The fact that Amaechi has hosted several big events in Rivers State like the National Sports Festival and Rivers State Investment Summit without a single incident is indicative of the security progresses made already. Could anyone have dreamed of such feats before 2007? Mr. Izeze’s timid reference to anarchy is therefore both laughable and unintelligent. Apart from his clear allusion to a possibility of sabotage, the ‘consultant’ completely forgot that Rivers State is surrounded by other states like Abia and Imo States. Without making definite assertions, there could be a possibility that these hoodlums might be coming from across the borders of Rivers States. Often, perpetrators of kidnapping in Rivers State have been traced to nearby states. Although this does not absolve Mr. Amaechi of blames completely, it leads a fair minded analyst to call for increased political will from neighbouring states in the fight against criminality in the old south east zone.

Having said this, can I ask Mr Izeze to tell us how temporary and surmountable security challenges can reverse things like quantum infrastructural leap of the Amaechi administration? Will those roads, power plants, world class secondary schools and health centres built by Governor Amaechi disappear as a result of one robbery incident? Does Mr. Izeze not know that Rivers State is the only state that is currently self-sufficient in power generation in the country?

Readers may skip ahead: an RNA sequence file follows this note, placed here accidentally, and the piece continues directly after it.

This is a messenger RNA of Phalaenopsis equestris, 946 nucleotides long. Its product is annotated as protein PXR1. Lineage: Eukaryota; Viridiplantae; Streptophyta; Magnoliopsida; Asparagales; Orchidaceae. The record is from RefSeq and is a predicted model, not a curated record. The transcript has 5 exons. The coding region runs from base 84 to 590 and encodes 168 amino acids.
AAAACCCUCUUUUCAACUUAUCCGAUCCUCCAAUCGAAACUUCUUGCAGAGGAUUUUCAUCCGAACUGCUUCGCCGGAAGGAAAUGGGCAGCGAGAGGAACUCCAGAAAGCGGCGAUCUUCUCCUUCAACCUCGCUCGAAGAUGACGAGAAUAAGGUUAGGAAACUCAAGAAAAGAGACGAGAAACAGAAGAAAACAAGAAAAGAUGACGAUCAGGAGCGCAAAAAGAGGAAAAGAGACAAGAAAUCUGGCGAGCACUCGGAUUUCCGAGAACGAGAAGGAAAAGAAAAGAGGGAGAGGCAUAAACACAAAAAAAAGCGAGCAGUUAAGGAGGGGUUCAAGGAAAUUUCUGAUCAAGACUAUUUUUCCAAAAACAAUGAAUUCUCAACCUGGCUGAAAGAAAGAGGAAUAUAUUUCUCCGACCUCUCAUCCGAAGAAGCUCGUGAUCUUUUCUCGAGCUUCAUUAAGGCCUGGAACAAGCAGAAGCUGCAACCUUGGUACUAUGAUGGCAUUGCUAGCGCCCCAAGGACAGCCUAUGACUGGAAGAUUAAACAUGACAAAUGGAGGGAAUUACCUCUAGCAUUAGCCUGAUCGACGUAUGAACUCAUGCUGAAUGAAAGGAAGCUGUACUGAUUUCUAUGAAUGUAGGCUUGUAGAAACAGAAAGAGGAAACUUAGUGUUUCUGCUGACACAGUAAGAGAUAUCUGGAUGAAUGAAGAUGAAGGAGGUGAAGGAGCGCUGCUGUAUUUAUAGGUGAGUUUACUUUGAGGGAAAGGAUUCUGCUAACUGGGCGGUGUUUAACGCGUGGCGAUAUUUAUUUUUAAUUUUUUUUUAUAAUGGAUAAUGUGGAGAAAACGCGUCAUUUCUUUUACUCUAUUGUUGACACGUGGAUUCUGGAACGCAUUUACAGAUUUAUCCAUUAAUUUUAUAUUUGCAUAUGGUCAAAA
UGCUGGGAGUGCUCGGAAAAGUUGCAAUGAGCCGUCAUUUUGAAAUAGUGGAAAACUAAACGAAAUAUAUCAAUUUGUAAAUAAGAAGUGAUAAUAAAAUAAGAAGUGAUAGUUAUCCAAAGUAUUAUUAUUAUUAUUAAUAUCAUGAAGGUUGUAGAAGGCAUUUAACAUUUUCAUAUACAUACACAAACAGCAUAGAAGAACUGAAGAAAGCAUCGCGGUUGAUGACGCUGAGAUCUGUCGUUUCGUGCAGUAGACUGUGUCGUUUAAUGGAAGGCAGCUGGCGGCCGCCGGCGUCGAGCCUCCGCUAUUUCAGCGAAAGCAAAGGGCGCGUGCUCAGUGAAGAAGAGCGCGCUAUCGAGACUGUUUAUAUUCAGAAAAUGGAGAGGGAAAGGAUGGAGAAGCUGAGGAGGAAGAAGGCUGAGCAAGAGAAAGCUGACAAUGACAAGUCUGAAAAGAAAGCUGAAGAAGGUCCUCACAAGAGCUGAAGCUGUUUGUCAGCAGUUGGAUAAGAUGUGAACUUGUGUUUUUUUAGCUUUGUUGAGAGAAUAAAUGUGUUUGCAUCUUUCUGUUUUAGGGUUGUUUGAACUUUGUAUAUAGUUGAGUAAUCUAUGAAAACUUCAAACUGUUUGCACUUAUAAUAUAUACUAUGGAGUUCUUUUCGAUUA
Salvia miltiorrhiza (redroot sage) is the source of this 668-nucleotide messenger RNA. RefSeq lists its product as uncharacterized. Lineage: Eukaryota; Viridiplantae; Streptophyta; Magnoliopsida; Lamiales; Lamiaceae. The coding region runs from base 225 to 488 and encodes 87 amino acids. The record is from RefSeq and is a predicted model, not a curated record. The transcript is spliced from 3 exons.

A few weeks ago, a British journalist visited Mr Amaechi and asked him for a drive around the town. What was supposed to be an interview session was almost turned to a carnival. Rivers people are happy with Amaechi. Anyone who has lived in Port Harcourt in the last ten years will have the same confession. The results of the 2011 elections are there for everyone to see. No doubt, the interventions are far from perfect, the projects are too many and need to be completed as soon as possible, but that is the philosophy behind a developmental state.  That was exactly the path the Asian tigers took at the immediate aftermath of the World War II.

I have visited Rivers State several times in the last two years and I cannot allow the falsehood contained in the article of Mr. Izeze to go unchallenged. The role of the media in the expansion of the Nigerian democratic space must be acknowledged. However, the media has also created rooms for rag tag opportunists like Ifeanyi Izeze who go around trying to hoodwink gullible politicians. He missed the point completely in his attempt to mislead the public through his article. The Rotimi Amaechi I know will not succumb to machinations and cheap black mail by a brief case media consultant. His verifiable achievements in Rivers State remain self-evident.

By Uche Igwe

The author lives in Washington DC. He can be reached on uchigwe@gmail.com